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May 30, 2010

Wrap Up Your Reading Workshop and Make Summer Reading Plans

By Beth Newingham
Grades 3–5

    We are in the home stretch in my classroom, as our last day of school is June 21st! However, with summer just around the corner, I have to keep myself from falling into summer vacation mode too early. I want to make sure that all of the hard work I have done with my readers this year is celebrated and is reflected upon in a way that helps my students realize their wonderful evolution as readers in my classroom. I find that encouraging them to reflect on their monthly reading goals and the progress they have made throughout the school year helps guide my students as they make plans for their summer reading.

    Learn how my students use their Reader's Notebook to reflect on their independent reading and make plans for their summer reading. I also describe some fun ways to get your students excited about reading during the summer.

     

    Using the Reader's Notebook to Reflect on a School Year of Reading

    Using the information and work students have done in their Reader's Notebook during the school year, you can have them create a "Reading Year in Review" booklet that they can take home at the end of the year.  Each section below describes the parts of the booklet, but it can be downloaded as a Microsoft Office Publisher file at end of this section.  (Each page in the booklet is a half-sheet of paper.)

    Notebook  Cover

     

    Favorites: Using their reading log, your students can determine their favorite of the books they read during the school year.  This page of the booklet includes spaces for favorite chapter book, picture book, author, poem, and genre.  There is also a page for students to either draw or paste in a picture of themselves in their favorite book nook. It will be fun for them to look back at the booklet years later to remember where they liked to read in your classroom.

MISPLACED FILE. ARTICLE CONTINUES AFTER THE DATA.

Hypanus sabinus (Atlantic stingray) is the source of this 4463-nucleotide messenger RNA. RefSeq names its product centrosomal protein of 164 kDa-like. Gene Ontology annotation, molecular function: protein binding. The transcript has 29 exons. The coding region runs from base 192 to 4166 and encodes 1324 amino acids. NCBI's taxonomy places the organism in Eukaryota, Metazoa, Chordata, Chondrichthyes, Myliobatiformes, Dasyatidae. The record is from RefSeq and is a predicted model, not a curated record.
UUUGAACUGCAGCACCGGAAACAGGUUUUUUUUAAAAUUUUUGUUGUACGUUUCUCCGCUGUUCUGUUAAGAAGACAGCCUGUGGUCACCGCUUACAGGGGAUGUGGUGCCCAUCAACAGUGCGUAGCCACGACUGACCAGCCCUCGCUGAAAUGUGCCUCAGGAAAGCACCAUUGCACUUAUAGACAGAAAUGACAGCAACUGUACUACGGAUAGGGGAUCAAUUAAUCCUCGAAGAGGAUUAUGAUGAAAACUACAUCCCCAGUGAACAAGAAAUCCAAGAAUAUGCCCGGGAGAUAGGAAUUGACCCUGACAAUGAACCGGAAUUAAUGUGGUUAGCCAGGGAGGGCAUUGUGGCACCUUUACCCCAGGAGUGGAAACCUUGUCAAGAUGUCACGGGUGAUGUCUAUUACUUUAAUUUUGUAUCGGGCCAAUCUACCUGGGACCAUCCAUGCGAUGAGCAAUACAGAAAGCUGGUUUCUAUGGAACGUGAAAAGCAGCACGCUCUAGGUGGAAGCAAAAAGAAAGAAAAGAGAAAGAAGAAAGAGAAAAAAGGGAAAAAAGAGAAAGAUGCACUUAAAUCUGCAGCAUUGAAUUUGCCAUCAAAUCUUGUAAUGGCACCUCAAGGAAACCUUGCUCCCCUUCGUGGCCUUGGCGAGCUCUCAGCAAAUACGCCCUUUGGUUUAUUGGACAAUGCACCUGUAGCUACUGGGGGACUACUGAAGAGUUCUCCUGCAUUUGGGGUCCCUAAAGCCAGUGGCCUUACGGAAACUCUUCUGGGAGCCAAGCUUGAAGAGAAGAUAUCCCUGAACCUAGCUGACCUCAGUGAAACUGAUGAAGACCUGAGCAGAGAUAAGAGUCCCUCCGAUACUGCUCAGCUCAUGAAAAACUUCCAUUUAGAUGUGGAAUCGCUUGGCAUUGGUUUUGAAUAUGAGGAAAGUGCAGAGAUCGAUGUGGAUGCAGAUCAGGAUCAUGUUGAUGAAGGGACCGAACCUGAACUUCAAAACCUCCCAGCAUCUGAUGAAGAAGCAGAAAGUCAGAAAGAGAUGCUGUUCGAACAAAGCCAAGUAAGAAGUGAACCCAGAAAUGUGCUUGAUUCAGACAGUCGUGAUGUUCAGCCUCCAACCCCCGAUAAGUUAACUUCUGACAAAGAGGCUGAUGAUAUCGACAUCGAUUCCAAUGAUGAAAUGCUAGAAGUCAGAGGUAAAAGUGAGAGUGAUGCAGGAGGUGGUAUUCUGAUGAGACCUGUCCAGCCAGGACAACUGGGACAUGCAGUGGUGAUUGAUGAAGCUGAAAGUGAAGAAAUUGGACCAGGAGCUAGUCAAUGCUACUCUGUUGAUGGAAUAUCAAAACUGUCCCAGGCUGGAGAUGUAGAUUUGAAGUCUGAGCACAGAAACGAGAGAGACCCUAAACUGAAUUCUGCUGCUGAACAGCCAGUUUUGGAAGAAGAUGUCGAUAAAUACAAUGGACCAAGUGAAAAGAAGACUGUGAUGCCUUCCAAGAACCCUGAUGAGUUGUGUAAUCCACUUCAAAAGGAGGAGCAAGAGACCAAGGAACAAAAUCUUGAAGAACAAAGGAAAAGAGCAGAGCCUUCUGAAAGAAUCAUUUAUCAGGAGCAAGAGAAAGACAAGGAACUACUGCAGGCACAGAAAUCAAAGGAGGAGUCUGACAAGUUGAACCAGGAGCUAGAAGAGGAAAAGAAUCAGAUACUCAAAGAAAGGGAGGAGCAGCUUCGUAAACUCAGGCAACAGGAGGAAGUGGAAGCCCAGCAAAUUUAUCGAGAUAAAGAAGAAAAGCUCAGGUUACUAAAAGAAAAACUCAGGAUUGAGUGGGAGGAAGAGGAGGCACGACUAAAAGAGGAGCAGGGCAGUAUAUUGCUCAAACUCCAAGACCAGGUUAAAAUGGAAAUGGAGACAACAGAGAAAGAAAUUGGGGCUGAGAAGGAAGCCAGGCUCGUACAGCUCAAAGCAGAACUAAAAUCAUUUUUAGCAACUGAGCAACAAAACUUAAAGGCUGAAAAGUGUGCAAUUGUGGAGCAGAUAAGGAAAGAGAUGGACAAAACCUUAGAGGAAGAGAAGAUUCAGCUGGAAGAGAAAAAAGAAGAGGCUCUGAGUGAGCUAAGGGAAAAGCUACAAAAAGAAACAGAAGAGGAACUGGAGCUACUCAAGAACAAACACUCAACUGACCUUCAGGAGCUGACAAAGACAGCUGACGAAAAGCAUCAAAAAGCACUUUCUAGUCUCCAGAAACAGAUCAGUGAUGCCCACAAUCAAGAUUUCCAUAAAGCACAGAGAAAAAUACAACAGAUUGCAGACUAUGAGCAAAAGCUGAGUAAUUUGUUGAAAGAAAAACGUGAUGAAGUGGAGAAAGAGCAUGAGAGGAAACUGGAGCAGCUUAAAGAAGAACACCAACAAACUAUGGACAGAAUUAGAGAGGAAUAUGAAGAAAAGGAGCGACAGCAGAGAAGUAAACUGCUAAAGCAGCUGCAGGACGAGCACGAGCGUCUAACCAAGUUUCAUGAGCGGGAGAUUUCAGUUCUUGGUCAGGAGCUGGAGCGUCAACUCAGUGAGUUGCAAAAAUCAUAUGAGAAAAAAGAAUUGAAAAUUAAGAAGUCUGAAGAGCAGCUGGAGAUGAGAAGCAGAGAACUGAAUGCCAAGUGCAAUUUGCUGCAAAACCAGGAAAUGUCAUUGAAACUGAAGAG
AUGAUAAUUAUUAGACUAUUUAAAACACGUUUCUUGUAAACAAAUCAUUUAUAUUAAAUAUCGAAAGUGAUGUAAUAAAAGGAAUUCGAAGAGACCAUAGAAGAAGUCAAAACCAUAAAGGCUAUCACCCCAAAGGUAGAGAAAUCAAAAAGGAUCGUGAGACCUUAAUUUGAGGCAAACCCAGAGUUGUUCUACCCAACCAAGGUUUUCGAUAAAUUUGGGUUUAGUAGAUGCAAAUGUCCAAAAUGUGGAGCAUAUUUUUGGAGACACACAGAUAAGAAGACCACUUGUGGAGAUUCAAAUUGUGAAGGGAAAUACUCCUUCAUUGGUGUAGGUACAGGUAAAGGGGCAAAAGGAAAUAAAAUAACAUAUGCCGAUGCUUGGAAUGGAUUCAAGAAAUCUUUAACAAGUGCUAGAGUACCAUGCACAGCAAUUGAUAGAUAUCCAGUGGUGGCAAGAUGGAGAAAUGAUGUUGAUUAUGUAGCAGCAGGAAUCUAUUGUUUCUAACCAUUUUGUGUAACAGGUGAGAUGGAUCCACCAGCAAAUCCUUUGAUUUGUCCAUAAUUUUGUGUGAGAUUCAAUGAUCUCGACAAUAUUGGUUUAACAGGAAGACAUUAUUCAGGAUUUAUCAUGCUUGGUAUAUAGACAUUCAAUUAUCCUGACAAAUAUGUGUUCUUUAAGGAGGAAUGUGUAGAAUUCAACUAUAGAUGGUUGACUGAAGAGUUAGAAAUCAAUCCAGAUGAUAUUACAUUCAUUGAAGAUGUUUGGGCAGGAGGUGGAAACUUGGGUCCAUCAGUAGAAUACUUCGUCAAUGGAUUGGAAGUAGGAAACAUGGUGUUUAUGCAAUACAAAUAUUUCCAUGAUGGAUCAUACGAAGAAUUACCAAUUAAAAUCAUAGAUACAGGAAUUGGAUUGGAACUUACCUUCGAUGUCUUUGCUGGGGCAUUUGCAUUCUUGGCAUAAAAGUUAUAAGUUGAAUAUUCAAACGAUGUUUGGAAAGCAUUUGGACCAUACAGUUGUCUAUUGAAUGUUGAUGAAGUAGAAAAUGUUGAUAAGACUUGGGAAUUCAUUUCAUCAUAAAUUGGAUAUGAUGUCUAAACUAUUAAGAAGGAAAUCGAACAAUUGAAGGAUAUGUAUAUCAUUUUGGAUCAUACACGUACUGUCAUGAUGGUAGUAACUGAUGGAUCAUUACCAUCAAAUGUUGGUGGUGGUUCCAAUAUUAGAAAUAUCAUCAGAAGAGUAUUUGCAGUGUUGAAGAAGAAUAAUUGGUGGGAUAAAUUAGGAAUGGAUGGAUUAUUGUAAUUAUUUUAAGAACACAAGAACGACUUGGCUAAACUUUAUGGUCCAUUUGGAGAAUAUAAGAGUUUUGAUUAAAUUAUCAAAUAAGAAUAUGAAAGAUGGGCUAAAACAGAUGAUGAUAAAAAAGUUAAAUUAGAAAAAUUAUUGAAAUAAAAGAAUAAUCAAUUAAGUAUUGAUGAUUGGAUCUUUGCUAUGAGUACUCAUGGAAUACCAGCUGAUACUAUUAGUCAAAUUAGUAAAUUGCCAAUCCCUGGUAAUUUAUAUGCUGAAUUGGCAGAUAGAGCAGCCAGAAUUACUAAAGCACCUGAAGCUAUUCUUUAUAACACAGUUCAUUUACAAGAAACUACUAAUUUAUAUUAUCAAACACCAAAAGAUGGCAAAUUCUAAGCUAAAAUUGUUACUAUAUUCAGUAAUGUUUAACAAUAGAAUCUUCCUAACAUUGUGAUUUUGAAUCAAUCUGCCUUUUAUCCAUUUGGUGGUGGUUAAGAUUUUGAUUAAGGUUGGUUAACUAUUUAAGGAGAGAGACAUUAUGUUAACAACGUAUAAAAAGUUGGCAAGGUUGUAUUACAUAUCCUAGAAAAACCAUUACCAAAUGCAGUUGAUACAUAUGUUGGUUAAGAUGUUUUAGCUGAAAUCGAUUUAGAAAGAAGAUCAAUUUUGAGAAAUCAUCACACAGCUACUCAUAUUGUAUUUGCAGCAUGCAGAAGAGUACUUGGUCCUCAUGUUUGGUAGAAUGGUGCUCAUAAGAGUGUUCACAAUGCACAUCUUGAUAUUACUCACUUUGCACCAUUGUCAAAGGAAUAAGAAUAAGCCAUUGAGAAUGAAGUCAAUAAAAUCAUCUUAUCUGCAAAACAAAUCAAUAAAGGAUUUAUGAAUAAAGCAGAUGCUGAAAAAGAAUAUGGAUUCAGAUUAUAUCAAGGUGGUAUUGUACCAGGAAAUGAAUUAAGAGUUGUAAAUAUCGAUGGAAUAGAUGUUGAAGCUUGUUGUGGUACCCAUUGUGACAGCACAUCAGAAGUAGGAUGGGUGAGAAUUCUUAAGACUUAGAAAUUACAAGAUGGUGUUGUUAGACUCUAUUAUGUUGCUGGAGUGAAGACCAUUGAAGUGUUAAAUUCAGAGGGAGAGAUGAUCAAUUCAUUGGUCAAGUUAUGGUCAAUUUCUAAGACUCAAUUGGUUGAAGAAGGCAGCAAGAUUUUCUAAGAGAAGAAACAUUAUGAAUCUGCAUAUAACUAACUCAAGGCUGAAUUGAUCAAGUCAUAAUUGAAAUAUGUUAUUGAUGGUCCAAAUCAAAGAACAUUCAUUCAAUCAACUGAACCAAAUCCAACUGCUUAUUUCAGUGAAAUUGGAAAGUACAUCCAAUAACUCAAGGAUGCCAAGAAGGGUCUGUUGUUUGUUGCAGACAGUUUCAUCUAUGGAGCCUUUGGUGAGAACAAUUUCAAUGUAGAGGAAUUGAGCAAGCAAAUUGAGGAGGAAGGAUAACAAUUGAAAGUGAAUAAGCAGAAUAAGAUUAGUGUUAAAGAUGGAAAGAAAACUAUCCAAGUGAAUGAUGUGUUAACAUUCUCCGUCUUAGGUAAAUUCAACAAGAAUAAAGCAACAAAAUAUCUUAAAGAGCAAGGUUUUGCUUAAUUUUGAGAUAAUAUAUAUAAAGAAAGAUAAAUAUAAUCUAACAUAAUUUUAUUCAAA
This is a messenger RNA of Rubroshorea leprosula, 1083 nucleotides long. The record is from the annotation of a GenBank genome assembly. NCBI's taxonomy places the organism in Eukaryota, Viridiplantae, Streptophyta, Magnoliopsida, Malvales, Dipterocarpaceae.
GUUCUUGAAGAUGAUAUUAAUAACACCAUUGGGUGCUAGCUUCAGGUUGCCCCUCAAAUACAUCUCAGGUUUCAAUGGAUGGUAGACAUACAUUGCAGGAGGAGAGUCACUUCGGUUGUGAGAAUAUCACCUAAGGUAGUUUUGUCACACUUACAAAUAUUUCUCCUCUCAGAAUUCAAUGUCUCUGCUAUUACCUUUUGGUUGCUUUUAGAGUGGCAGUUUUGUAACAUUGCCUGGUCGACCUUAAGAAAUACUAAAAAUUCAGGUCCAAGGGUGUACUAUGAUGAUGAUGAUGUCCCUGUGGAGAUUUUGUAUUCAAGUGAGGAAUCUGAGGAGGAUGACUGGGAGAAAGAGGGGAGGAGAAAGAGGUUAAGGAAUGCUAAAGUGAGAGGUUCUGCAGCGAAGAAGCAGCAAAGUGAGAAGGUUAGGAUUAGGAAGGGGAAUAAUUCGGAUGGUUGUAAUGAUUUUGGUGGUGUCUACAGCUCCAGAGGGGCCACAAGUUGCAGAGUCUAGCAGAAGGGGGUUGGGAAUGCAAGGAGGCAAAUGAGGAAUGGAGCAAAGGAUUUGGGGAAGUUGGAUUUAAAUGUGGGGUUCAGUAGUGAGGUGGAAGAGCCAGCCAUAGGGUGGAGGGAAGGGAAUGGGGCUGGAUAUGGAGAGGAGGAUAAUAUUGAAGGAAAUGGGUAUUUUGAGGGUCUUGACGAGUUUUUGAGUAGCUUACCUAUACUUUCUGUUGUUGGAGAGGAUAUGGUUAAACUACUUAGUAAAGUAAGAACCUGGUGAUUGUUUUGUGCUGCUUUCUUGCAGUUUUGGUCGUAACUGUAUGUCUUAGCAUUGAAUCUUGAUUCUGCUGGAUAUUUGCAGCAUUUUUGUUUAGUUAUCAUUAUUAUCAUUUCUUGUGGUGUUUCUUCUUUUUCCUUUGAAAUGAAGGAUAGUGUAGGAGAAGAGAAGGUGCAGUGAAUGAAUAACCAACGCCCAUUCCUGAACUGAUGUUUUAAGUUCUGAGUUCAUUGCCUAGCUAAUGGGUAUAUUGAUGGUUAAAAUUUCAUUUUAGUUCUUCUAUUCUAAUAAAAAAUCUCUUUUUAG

Favorites

     

     

     

    Genre Review: As you can see in my earlier post on the Reader's Notebook, my students create genre graphs every two months to keep track of the genres they are reading throughout the year.  The next two booklet pages require students to pick their favorite books in each genre and to then create a final genre graph that shows their total books read during the entire school year.  It is fun for students to see how many books they read and to reflect on the genres that they read the most and the least in 3rd grade.  Students can even use this final graph when setting summer reading goals.

    Genres

     

     

     

    Setting Summer Goals:  One important task that my students do in their Reader's Notebook each unit is to set reading goals for themselves.  A the end of the year, students reflect on the goals that they set for themselves throughout the school year.  This really helps them determine areas of reading in which they have grown and areas of their reading in which they still need to improve.  They will then revisit their reading logs, genre graphs, unit goals, and IDR task entries to write five goals for their summer reading on the booklet page below.  (See the "Setting Goals" handout in my Reader's Notebook post.)

    Summer goals

     

     

     

    Book Talk Recommending Books to Classmates: As students reflect on the reading they have done this school year and begin to add their favorite books to their "Reading Year in Review" booklet, they often begin reminiscing about their favorite books.  To capture this excitement for reading, you can have each child do a book talk as a way of recommending books to their classmates for summer reading.  As students share books with each other, they can write the title of the books they are interested in reading on the page (seen below) in their booklet.  They can then check these books out at the library over the summer or even purchase them at a local bookstore.  You can use this "Recommending a Book" handout to help your students plan their book talks. 

     

    Wishlist

     

     

     

    Final Reflection: On the last page of the booklet, students answer questions related to their reading life based on their experiences in your Reading Workshop.  These questions are more thoughtful and require students to think more deeply about their reading growth and achievements during the school year.